N. gonorrhoeae causes disease both by multiplying in tissues andby causing inflammation. The bacteria do not produce any toxins.
N. gonorrhoeae produces several virulence factors as mentionedbelow (Table 26-2):
Capsule: N. gonorrhoeaedoes not form a true carbohydratecapsule unlike N. meningitidis. Instead, it forms a polyphos-phate capsule, which is loosely associated with its cell surface. Capsule is most evident in freshly isolated gonococci and is antiphagocytic. It prevents phagocytosis of the gonococci.
Pili: Pili are hair-like structures that extend from the cyto-plasmic membrane through the outer membrane. The pili are composed of the proteins known as pilins, which are repeating
protein subunits. The expression of protein pilin is controlled by P gene complex. The pilins of all the strains of gonococci are antigenically different. There is a marked antigenic variation in gonococcal pili as a result of chromosomal rearrangement. More than 100 serotypes are known. The pili are important virulence factors:
· They play an important role in the virulence of the bacteria.
They mediate attachment of gonococci to nonciliated epi-thelial cells.
· They also contribute to virulence by preventing ingestion and killing of gonococci by neutrophils.
Other virulence factors: These include:
· Por protein of outer membrane protein (OMP) confers resis-tance to serum killing of gonococci by preventing fusion of phagolysosome in neutrophils.
· Opa proteins mediate bacterial adherence of bacteria to each other and to the eukaryotic cells.
· Rmp proteins produce antibodies that block serum bacteri-cidal activity against gonococci.
Lipo-oligosaccharide of the bacteria possesses endotoxic activity.
N. gonorrhoeae causes disease first by attaching themselves tomucosal cells. Subsequently, they enter the cells and multiply inside the cells and pass through the cells into the subepithe-lial space, thereby establishing the infection. Pili help in attach-ment of gonococci to mucosal surfaces and also contribute to the resistance by preventing ingestion and killing by PMN leukocytes. The outer membrane proteins, such as Opa proteins, facilitate adherence between gonococci and also increase adherence to phagocytes. The Opa proteins also facilitate sub-sequent migration of gonococci into the epithelial cells. The Por proteins inhibit phagolysosome fusion in the phagocytes, thereby protecting the phagocytosed bacteria from intracellu-lar killing. Production of beta-lactamase (penicillinase) by the bacteria also contributes to the invasion.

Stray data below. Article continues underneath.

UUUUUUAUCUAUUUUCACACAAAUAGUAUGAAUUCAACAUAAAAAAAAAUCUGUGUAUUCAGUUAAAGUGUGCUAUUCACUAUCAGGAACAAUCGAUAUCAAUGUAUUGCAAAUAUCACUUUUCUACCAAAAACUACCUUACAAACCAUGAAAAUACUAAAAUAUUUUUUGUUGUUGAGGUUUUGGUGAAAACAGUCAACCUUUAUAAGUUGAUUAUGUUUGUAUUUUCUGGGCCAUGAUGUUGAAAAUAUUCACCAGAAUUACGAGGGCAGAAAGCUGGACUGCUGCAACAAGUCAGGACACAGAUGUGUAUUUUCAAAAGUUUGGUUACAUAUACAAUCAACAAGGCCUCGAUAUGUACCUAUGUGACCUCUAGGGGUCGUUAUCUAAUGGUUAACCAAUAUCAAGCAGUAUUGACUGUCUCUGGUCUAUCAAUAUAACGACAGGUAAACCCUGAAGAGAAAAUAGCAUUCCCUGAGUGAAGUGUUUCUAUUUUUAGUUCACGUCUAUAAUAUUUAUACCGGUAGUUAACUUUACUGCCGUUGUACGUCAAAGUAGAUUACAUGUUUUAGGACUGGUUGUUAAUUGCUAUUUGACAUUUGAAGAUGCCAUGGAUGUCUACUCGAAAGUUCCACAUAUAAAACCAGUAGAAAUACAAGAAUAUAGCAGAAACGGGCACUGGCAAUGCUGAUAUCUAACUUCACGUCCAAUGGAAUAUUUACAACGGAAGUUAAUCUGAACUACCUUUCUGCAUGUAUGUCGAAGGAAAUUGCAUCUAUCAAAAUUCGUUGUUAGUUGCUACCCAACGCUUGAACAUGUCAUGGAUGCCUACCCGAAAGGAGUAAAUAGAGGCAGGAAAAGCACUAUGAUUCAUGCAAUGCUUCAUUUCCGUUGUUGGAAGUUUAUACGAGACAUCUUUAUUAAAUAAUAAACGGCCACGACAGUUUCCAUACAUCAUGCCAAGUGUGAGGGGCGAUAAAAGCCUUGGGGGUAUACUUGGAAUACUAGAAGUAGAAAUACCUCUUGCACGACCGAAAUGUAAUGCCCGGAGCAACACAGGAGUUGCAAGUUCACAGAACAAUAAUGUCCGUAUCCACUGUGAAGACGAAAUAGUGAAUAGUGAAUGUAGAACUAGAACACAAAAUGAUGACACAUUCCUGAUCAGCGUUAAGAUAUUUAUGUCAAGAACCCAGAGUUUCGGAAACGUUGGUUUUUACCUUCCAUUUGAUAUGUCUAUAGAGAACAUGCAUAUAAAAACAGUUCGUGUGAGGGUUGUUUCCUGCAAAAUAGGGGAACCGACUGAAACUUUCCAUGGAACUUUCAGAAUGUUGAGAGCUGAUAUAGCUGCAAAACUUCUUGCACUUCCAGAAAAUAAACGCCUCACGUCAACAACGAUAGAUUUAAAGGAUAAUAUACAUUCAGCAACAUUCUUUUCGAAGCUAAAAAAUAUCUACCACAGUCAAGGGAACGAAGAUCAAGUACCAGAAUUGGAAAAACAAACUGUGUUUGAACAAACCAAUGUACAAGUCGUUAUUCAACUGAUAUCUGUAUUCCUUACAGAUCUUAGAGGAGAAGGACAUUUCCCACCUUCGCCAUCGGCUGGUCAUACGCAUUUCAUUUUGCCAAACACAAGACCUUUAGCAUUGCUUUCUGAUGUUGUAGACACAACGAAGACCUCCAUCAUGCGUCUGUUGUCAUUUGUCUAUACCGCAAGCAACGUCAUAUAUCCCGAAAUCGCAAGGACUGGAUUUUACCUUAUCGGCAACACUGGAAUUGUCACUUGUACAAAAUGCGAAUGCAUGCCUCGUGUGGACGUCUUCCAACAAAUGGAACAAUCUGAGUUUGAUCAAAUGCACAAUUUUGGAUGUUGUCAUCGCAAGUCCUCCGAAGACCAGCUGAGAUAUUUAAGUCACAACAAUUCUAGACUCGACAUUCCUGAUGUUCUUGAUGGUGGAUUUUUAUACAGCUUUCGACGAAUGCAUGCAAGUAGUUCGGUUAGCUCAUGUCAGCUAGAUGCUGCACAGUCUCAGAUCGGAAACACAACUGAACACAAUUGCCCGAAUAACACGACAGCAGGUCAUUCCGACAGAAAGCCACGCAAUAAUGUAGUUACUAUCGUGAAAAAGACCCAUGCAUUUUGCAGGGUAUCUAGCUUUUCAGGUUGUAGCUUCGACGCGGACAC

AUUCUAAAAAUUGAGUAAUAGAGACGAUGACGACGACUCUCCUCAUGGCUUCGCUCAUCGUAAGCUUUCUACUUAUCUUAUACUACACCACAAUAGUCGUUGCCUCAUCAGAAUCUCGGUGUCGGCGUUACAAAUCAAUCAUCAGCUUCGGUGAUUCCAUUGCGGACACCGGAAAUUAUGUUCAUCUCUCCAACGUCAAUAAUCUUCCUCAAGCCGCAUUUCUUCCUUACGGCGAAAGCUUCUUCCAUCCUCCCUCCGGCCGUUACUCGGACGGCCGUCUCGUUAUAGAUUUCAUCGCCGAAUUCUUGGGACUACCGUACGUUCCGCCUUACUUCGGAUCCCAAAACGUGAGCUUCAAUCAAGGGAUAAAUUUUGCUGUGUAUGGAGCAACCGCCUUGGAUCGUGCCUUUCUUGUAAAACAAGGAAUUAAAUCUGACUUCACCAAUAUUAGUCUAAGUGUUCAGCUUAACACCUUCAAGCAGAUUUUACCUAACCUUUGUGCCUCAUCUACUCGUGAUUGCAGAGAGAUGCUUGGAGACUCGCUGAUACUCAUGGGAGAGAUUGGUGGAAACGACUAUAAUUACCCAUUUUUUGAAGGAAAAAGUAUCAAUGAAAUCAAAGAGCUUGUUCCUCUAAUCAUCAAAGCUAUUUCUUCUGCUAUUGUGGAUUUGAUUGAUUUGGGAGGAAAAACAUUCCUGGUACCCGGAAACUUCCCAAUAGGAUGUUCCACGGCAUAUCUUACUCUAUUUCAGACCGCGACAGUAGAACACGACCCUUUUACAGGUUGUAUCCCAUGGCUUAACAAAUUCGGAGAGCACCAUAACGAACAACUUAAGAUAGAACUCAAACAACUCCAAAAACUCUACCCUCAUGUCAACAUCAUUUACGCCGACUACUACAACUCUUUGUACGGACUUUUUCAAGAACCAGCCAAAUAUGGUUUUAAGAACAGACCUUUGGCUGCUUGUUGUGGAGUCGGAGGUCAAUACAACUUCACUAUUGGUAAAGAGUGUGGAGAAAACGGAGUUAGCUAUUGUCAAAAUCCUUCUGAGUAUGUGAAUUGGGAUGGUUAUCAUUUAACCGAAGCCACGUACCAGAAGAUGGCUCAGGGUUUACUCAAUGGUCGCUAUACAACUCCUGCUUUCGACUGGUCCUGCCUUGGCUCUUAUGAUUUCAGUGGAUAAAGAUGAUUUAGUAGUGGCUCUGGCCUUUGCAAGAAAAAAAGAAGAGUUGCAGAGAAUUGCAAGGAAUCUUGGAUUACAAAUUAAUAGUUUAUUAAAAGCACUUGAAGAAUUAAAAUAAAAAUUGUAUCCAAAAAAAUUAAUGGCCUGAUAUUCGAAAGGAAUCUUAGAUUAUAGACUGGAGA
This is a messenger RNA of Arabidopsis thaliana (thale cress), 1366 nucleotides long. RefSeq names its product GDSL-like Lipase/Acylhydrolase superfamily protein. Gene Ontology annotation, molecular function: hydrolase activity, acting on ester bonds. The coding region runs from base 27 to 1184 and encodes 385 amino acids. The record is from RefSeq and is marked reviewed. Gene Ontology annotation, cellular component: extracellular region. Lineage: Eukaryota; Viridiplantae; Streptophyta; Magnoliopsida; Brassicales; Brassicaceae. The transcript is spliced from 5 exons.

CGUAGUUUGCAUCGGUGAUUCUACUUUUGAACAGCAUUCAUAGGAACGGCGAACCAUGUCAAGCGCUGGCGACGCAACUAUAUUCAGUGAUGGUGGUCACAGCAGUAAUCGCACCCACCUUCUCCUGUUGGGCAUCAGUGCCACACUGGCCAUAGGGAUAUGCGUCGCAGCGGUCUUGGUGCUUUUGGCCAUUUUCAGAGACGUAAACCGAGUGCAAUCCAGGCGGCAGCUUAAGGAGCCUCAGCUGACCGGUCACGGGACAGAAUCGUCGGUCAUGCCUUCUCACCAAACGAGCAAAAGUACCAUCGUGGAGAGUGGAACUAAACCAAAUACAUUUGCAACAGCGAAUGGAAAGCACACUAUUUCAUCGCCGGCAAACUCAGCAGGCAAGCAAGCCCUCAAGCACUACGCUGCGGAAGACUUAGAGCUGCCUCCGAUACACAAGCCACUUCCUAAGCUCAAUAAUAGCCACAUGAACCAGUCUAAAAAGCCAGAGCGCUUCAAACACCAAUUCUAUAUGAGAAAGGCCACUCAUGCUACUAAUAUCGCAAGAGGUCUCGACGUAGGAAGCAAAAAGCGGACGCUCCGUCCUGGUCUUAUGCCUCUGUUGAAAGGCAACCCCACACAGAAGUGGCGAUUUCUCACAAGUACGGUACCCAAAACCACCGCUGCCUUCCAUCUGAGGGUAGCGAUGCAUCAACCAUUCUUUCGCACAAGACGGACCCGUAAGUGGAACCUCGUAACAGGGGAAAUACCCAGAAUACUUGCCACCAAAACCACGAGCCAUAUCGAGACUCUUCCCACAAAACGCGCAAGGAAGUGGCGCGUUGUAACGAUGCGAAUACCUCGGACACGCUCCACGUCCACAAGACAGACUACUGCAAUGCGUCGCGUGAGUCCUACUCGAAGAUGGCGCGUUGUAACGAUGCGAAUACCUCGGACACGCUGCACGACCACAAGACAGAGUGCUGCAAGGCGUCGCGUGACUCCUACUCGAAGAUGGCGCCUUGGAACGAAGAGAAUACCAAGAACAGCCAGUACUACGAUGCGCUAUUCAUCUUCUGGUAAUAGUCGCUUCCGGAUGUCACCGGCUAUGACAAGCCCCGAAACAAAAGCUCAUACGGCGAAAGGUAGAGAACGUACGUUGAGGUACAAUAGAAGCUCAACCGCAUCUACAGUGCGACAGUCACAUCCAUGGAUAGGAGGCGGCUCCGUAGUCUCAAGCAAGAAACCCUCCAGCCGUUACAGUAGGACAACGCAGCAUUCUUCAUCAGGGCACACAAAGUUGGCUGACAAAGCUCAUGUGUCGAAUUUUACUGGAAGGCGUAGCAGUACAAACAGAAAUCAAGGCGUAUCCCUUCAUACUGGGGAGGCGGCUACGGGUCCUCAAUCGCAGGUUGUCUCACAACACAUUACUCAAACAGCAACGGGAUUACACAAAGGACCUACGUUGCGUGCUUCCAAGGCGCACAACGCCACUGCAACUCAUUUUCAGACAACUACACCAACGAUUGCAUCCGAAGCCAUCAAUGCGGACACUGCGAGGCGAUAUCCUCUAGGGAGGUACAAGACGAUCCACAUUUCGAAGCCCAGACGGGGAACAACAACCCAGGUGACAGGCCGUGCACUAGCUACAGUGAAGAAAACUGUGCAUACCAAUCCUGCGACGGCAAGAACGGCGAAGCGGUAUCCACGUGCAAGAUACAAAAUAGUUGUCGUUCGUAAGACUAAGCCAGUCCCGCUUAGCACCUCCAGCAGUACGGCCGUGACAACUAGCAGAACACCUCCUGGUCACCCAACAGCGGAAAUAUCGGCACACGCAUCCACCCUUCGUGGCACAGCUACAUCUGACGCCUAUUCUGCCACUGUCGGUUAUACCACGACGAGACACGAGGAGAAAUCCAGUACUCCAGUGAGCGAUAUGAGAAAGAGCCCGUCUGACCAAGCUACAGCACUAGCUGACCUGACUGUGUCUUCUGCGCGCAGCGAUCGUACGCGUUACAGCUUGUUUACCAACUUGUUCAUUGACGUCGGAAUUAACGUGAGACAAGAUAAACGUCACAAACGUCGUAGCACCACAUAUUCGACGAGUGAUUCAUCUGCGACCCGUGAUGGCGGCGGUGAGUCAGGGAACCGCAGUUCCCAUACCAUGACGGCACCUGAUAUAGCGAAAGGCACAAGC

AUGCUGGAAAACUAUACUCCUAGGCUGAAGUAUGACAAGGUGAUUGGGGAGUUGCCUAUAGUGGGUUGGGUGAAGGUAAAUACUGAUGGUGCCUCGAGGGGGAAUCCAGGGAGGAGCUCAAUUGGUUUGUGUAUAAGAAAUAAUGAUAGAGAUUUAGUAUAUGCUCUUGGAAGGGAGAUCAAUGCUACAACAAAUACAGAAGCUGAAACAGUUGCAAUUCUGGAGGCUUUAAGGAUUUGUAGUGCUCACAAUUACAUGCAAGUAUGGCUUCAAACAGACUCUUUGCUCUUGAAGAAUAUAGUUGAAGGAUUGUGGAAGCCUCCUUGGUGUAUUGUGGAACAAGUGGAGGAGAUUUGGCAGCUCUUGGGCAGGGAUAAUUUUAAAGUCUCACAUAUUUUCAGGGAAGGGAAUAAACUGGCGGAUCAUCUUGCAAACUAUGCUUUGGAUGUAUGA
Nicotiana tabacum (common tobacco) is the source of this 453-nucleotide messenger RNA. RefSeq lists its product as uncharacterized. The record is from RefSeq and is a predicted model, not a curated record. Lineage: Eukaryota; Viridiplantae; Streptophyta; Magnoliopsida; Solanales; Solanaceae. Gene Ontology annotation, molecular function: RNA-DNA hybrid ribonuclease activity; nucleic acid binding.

The host response is characterized by infiltration with leu-kocytes, followed by epithelial sloughing, formation of micro-abscesses in the submucosa, and production of purulent pus.
The LOS of gonococcal cell wall stimulates the production of tumor necrosis factor alpha (TNF-a) and other inflamma-tory responses which contribute to most of the symptoms asso-ciated with gonococcal infection.
The main host defense mechanisms against gonococci are anti-bodies (IgA and IgG), complement, and neutrophils. Antibody response to gonococci is characterized by the production of serum IgG antibodies. IgG3 is the predominant immunoglobu-lin. Antibody response is strong against Opa proteins and LOS, whereas it is minimal against Por proteins. Antibodies to LOS cause activation of complement, thus producing a chemotac-tic effect on neutrophils. Gonococcal infection does not confer protection against reinfection. Repeated gonococcal infections occur due to the antigenic changes of the pili and outer mem-brane proteins. Persons with a deficiency of the late-acting complement components (C6–C9) are at a risk of disseminated infections.